Empathy is the cat’s cream for Customer Support agents. It’s ideal if agents have an innate sense of empathy to fall back on during their work. Someone who can communicate their understanding of how the person on the other side of the conversation feels will build long-lasting relationships.
Not only does it keep customers coming back: it builds trust in your overall brand.
You’re likely already paying attention to the presence of this skill during your interviewing process. Hiring folks who are already good at communicating feelings is a smart move. But don’t make a mistake in thinking that you can’t teach someone empathy; with the right leadership skills (and Klaus to help out), education on this particular subject becomes a breeze.
You want to build and grow an ameowzing team with their empathic skills polished to a shine – so how do you train them?
I’ll share some strategies you can take to your team in this article. After reading everything, you’ll better understand what empathy looks like in an interaction.
That’s not it: empathy mistakes to avoid
Have you ever had a conversation with a support representative that felt sickly sweet? The kind that makes your teeth hurt in how they’re trying to be pleasing. It’s great if the agent gets the job done, but does it feel like an honest, personal interaction?
I’m willing to bet that the answer to that question is ‘no’.
Our customers are humans, like our neighbors, fellow parents, colleagues, and friends. They want to communicate on their level, not solely based on your style guide. The best support teams know how to create an individual experience for each person they speak to.
If you have worked in Customer Support for more than two minutes, you will have heard the saying: the customer is king! I agree with that notion, but some agents attempt to prove this by overcompensating.
I asked my network for examples of this overly positive kind of interaction, and here’s what they came up with:
“Oh no! It was broken? I’m beyond honored to take care of you today.”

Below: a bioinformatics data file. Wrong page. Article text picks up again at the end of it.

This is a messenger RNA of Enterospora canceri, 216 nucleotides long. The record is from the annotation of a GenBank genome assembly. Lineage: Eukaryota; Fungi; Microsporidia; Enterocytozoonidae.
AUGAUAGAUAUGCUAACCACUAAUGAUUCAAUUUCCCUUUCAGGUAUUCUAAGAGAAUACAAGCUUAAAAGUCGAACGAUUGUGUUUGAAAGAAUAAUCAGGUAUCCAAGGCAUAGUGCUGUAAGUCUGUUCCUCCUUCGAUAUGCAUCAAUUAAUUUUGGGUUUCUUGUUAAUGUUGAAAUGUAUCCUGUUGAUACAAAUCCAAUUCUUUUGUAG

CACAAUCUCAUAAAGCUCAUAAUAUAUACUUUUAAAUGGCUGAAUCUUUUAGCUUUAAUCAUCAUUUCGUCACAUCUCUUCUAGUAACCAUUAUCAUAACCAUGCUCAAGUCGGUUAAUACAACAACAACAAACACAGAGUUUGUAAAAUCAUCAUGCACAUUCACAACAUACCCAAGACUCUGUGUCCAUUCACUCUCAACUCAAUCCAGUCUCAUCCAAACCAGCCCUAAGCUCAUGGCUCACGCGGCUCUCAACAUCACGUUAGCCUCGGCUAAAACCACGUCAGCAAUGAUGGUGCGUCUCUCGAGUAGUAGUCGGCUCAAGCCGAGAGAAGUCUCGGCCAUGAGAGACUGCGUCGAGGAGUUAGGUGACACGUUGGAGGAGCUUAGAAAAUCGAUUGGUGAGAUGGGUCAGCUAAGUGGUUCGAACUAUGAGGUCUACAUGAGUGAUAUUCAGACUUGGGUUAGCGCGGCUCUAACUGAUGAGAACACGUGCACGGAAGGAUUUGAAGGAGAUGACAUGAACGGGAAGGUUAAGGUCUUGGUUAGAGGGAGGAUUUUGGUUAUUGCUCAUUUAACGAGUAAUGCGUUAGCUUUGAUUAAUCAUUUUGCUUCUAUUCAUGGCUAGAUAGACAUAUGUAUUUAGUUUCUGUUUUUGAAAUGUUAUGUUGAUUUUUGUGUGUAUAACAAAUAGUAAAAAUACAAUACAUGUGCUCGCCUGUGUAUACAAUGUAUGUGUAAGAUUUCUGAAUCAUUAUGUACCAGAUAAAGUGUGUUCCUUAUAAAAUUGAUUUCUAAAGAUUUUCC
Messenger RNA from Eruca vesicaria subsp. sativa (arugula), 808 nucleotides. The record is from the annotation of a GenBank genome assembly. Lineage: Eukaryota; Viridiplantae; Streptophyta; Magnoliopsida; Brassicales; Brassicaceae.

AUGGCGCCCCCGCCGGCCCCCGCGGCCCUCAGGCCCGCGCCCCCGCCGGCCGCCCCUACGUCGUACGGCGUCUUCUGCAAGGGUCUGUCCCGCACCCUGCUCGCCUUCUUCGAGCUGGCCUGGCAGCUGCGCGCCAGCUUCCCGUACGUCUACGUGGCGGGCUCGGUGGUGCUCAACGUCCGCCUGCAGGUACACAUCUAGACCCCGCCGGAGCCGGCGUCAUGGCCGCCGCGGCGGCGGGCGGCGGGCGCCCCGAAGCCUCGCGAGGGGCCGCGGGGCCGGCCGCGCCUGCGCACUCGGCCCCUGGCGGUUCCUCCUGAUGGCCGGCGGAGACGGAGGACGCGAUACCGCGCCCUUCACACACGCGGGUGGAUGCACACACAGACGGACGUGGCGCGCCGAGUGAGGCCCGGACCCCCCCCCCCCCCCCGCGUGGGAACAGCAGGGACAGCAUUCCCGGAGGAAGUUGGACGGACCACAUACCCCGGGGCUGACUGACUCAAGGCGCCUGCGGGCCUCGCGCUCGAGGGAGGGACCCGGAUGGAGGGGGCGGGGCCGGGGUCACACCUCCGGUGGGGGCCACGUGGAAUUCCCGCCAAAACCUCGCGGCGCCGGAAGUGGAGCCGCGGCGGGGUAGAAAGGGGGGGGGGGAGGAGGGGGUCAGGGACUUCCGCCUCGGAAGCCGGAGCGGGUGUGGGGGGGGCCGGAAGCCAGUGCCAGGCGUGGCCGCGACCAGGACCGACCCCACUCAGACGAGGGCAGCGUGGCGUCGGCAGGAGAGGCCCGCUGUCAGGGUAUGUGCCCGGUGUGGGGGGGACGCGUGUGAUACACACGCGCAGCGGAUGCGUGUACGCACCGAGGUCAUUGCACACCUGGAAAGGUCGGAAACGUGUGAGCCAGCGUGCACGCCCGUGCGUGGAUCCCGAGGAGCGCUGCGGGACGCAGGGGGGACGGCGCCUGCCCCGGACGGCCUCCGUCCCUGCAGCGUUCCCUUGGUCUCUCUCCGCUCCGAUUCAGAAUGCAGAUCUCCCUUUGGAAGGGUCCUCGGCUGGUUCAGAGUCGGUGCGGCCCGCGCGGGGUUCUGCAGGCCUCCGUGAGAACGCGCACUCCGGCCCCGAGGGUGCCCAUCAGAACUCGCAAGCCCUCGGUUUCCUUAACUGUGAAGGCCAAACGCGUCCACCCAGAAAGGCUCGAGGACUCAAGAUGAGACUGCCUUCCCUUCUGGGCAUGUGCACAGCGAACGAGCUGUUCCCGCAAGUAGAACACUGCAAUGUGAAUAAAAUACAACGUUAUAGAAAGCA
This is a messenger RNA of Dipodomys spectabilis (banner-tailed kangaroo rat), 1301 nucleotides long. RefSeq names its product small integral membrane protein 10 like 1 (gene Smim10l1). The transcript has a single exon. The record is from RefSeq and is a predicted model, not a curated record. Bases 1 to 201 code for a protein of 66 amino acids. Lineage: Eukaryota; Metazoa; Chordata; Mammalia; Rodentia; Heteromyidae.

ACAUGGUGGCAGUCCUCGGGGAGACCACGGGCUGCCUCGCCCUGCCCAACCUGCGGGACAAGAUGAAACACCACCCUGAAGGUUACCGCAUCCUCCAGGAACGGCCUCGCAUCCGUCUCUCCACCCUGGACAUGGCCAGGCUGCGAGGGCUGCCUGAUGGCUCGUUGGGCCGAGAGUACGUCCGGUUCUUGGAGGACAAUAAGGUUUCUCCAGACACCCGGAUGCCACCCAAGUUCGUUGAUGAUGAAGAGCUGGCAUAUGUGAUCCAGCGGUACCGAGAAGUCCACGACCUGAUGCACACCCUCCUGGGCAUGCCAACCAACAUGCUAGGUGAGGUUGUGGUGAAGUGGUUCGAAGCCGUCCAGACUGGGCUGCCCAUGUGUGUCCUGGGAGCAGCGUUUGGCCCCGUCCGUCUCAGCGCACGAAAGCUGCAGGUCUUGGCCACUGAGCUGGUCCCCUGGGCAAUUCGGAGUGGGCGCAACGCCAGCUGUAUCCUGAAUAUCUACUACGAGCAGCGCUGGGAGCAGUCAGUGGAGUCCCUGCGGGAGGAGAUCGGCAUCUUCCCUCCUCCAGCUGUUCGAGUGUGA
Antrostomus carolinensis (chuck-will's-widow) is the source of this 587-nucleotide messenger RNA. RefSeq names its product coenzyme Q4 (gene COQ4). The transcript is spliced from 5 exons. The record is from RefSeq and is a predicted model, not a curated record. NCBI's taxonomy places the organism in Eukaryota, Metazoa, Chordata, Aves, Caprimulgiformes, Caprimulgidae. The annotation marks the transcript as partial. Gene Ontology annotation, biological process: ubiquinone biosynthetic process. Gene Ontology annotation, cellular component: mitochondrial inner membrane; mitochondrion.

“You are such a lucky person because I can get you a new dryer in only three days! Other people have had to wait weeks, but you’re so wonderful and special to me that I can get you a new dryer in 3 days!”
When the tone of your replies, even when it’s positive, doesn’t match your customer, the experience becomes awkward. So while your agents can show empathy by hitting the emotional note, it doesn’t transfer when there is a disconnect between them and their customer.
The reverse is also true. It does not make sense for the support representative to be angrier at a situation than their customer. Your support agent should match the customer’s energy without being swallowed by it.
The key things to avoid when communicating empathy are:
- Using overly dramatic words, like “such”, “so”, and “beyond”.
- Displaying a higher emotional response than the customer. Mirroring is a better approach.
- Flirting with a customer is never appropriate, not even when trying to be empathic!
When reviewing your team member’s ability to communicate empathically, you can look for these specific elements. I also highly recommend checking your tone guide based on these take-aways.
Peak-End is where it’s at!
The Peak-End rule is one of my favorite ways to give support agents a broader perspective on quality. Peak-End suggests that we remember the most intense parts of an event, as well as the end of it, the easiest, regardless of it being positive or negative:
- We remember how people make us feel much better than the actual event.
- The end of an event is as important as the peak emotional part.
- It takes less mental energy to store only a few moments into our long-term memory, so our brains economize on highly emotional fragments.
You can have a support interaction that resolves your problem while still feeling like it was a negative experience. In that case, the agent was likely unfriendly, short in their replies, and not very empathetic to what you are going through. Or they failed to close off the conversation correctly. The Peak-End rule tells us that the agent made you feel bad during the interaction and could not resolve that feeling by the end of your conversation with them.